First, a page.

( A Handguide to the Butterflies and Moths of Britain and Europe by Wilkinson and Tweedie, now out of print)
While I suppose of all the wild world, birds are dearest to my heart, there's something about butterflies.
Their naming, for one thing. No other creatures seem to have been named with such whimsical abandon, with so little regard for informative exactitude, with such flights of subjective imagination. I spend quite as long browsing in the butterfly book as any other, which for me, without sacrificing anything of scientific integrity, succeeds in being a great source of poetry and wonder.
There are the gatekeepers, whose brief emergence coincides each year with the marjoram flowers,
and brimstones, which were perhaps the ones originally called butterflies, their pale yellow colour resembling butter. The ones I was able to photograph, however, were all females, who are a delicate greenish white. Today though, I notice there are many of the primrose coloured males around. (Notice the tiny green caterpillar on the flower petal to the right of the picture, I didn't when I took it.)
They are, in some way, a little like animated flowers, they blossom then fade and disappear, coming in waves, their size and intensity of colour and markings often varying with the moment of their flowering. We had a great and unprecedented wave, quite early in the spring, of these painted ladies.
They were large, but seemed quite faded and fragile, somewhat as their name suggests. Then we saw fewer of them, until there was another burgeoning of them in the last few weeks, and these seemed smaller but sturdier and more intensely marked and coloured. In these explosion years they appear in numbers in Britain too, though other years they are scarce. It is, it seems, among the most widespread of all butterfly species, there is even a sub-species in Australia. In French she is called la cosmopolite.
Some, of course, are named in a more workaday or obvious way, like this small copper (below), a tiny insect, perhaps half the size of the small white, which took some stalking to capture,
and the ever-glorious peacock, which needs neither introducing nor explaining. One butterfly website I visited said that even many well-travelled lepidopterists consider it to be one of the most beautiful in the world.
While some, like the scatty large and small 'cabbage' whites in the previous post, are quick and elusive, difficult to photograph, and when they do land they often keep their wings frustratingly closed, others, like the small tortoiseshell below, are quite easy to capture, and bask, for quite long periods, with their pretty wings openly displayed.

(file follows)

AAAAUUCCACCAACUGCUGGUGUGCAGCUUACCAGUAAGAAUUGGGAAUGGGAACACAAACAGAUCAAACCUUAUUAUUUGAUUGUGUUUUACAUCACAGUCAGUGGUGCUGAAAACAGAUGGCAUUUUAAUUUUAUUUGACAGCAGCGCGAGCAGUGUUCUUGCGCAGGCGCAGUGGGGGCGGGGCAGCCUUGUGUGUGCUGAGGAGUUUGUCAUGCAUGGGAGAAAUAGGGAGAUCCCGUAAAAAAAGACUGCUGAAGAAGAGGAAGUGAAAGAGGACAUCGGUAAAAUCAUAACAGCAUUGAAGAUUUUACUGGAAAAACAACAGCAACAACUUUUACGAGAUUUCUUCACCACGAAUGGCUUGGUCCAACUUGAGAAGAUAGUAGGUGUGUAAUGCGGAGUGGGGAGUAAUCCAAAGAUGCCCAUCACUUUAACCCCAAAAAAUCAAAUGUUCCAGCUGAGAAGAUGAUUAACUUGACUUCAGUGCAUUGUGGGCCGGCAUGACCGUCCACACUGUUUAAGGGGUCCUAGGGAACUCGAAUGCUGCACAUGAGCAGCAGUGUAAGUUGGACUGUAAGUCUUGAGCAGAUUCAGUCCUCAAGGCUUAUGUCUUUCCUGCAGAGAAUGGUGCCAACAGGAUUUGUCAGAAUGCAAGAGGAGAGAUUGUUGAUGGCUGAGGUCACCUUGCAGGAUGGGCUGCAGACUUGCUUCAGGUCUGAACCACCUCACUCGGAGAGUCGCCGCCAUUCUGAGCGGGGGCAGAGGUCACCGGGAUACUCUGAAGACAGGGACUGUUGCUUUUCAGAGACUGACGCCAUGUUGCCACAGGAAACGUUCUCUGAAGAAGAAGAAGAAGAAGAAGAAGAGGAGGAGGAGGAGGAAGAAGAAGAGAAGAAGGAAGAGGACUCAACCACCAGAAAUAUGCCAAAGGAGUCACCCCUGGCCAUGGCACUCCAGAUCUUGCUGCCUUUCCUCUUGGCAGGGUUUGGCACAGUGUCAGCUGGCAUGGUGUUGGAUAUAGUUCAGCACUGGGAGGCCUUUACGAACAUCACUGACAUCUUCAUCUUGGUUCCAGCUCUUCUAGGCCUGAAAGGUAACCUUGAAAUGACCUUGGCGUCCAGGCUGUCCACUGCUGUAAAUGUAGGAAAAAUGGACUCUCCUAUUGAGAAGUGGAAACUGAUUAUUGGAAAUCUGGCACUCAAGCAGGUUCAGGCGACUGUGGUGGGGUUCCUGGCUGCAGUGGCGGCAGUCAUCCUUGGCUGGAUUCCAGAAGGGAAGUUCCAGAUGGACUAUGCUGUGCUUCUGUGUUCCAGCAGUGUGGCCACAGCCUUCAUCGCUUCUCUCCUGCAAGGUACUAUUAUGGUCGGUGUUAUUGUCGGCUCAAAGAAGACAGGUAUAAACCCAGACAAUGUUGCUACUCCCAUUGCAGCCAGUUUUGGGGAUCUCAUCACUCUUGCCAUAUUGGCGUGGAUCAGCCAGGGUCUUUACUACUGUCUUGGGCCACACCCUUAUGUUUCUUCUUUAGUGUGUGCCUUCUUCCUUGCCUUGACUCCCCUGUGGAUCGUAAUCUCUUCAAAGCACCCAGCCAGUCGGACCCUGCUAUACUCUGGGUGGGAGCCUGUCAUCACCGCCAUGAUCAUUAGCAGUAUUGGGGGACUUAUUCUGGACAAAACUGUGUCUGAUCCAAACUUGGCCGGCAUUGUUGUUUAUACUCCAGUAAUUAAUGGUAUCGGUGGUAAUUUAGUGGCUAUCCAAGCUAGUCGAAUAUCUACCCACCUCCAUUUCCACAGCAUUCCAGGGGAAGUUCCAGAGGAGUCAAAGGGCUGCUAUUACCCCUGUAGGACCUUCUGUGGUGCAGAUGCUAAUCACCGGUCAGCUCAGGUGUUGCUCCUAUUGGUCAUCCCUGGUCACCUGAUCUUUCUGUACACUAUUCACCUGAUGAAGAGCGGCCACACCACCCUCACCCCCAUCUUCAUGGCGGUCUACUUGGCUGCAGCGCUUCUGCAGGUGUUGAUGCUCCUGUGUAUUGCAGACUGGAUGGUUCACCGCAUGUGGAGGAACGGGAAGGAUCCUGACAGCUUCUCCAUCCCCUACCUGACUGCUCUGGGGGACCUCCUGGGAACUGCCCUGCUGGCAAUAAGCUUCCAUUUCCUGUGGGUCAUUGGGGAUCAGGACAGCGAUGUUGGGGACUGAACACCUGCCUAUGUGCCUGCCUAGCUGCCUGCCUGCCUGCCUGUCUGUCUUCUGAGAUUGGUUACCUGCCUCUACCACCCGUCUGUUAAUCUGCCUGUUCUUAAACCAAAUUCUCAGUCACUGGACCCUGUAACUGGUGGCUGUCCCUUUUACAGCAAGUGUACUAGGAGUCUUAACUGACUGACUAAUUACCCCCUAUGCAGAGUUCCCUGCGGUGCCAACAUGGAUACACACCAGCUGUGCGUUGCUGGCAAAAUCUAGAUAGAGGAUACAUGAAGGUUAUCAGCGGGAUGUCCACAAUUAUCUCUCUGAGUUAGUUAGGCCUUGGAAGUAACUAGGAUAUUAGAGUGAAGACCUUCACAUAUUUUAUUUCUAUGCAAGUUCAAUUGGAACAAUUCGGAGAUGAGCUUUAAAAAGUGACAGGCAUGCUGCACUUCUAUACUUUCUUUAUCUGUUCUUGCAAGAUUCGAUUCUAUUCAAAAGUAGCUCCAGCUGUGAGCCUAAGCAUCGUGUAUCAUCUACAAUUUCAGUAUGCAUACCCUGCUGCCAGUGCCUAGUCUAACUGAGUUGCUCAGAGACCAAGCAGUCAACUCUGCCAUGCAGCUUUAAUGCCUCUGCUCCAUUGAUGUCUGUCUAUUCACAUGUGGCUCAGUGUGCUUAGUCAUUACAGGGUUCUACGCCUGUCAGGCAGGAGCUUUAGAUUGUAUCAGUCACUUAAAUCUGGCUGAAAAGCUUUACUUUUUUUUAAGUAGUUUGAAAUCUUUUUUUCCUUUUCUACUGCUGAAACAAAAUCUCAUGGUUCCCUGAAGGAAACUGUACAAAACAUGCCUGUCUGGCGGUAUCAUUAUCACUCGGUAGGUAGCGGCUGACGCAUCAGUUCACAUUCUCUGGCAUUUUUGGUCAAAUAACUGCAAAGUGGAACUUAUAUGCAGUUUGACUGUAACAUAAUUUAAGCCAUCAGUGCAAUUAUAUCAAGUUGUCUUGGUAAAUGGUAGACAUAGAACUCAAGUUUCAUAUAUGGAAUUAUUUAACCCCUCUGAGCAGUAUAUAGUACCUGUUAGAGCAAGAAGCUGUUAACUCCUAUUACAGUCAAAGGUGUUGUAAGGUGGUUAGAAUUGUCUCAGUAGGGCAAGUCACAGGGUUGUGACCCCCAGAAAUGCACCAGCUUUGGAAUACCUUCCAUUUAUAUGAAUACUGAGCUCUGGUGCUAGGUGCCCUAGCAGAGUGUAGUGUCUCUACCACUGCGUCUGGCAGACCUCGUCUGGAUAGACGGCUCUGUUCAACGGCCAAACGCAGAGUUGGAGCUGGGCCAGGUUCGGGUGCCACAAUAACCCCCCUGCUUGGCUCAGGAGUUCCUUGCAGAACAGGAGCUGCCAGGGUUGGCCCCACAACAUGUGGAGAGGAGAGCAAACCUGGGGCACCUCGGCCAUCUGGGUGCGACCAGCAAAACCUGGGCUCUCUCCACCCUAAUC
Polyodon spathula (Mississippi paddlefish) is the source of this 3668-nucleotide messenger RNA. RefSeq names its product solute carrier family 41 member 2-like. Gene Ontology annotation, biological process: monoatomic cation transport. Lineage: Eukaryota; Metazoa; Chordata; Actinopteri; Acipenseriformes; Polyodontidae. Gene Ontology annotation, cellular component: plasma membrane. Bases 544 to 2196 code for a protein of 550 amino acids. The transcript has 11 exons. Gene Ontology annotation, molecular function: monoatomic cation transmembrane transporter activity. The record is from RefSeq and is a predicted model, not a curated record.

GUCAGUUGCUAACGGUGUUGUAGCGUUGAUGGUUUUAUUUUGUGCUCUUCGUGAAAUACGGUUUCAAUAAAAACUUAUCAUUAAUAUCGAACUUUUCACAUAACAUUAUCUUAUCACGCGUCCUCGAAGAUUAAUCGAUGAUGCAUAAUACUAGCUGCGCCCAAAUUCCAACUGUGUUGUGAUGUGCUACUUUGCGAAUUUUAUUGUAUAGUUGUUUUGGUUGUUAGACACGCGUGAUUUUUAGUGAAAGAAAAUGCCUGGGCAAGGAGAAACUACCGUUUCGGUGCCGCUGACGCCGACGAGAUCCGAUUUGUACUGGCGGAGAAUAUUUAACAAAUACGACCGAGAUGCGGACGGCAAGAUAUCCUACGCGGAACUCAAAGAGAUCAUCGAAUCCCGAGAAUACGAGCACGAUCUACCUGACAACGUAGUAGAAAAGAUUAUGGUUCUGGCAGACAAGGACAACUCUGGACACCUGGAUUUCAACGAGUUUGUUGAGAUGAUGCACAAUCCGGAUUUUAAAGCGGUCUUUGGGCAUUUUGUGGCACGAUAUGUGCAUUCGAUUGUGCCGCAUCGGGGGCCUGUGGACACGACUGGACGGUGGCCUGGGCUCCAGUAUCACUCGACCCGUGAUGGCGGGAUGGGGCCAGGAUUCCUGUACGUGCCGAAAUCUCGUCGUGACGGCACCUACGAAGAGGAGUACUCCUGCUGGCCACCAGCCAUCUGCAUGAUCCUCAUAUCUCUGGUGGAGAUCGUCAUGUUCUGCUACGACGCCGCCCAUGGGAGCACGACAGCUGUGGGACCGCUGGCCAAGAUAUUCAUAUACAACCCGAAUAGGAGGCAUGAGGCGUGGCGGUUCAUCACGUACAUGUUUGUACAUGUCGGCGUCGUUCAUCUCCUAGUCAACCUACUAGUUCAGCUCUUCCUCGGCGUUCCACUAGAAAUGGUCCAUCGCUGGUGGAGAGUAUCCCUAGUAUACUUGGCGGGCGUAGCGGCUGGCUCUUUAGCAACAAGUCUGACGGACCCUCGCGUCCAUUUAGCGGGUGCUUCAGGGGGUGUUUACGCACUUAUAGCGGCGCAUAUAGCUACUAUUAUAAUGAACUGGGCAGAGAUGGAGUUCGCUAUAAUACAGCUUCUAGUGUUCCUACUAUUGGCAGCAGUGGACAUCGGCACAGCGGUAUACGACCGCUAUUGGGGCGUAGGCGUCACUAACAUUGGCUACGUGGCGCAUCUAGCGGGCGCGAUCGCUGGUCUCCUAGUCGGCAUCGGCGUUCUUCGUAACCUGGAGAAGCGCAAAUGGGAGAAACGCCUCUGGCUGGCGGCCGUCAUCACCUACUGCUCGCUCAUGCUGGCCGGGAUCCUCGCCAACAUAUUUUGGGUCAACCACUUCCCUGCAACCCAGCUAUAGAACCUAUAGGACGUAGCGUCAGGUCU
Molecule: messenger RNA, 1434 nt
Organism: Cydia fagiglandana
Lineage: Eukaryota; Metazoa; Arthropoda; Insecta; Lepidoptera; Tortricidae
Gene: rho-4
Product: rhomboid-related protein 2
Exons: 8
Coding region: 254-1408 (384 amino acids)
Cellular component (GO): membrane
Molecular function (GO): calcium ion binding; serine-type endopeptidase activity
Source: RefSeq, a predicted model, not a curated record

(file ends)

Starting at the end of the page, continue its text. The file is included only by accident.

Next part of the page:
When I was a child, I had a friend, my second best. She was a rather sad girl who told terrible fibs that drove me mad, but she had a passion for butterflies. We would run round to a piece of rough ground near to my house and her father's motor bike garage, where she was often left to kick her heels after school, and try to catch the butterflies on the 'butterfly bush', a mauve buddleia. This shrub didn't seem so frequent then as it does now. We caught them in fishing nets, the kind on a wire loop poked into a bamboo cane, but we always let them go. It seemed to us that the more special and colourful the butterfly, the cleverer it was; the cabbage whites were easily caught, and once trapped in the net, flew upwards and were unable to escape. The cleverest were the peacocks and red admirals, and to a lesser extent the tortoiseshells, which seemed more aware of the perils of the nets, and, if you caught one, you had to quickly pinch the opening of the net closed, or they would fly downward and out. But I have never read or heard of anything to confirm our childhood observations on the relative intelligence of different species of lepidoptera...
We have plenty of buddleia in the garden, but it is not the most attractive plant to the butterflies. That distinction falls to the purple perennial wallflower, on which most of these butterflies were photographed. It is an unremarkable plant, but it goes on and on through spring summer and autumn, and they clearly love it, and eschew the buddleia in its favour.
Others, like this comma, while feeding on the flowers,
seem to like to spend time on the leaves of the laurel hedge. The name comes from the tiny, comma-shaped raised marking you can see on the underside of the wing to the left of the picture. An oddly obscure feature to give the creature its name...
I'm not quite sure why they like the laurel, perhaps because its shininess reflects heat back up to them. Early in the year, numbers of honey bees come to harvest propolis, the plant wax on the leaves, to make into their combs, but I can't think the butterflies have any use for this.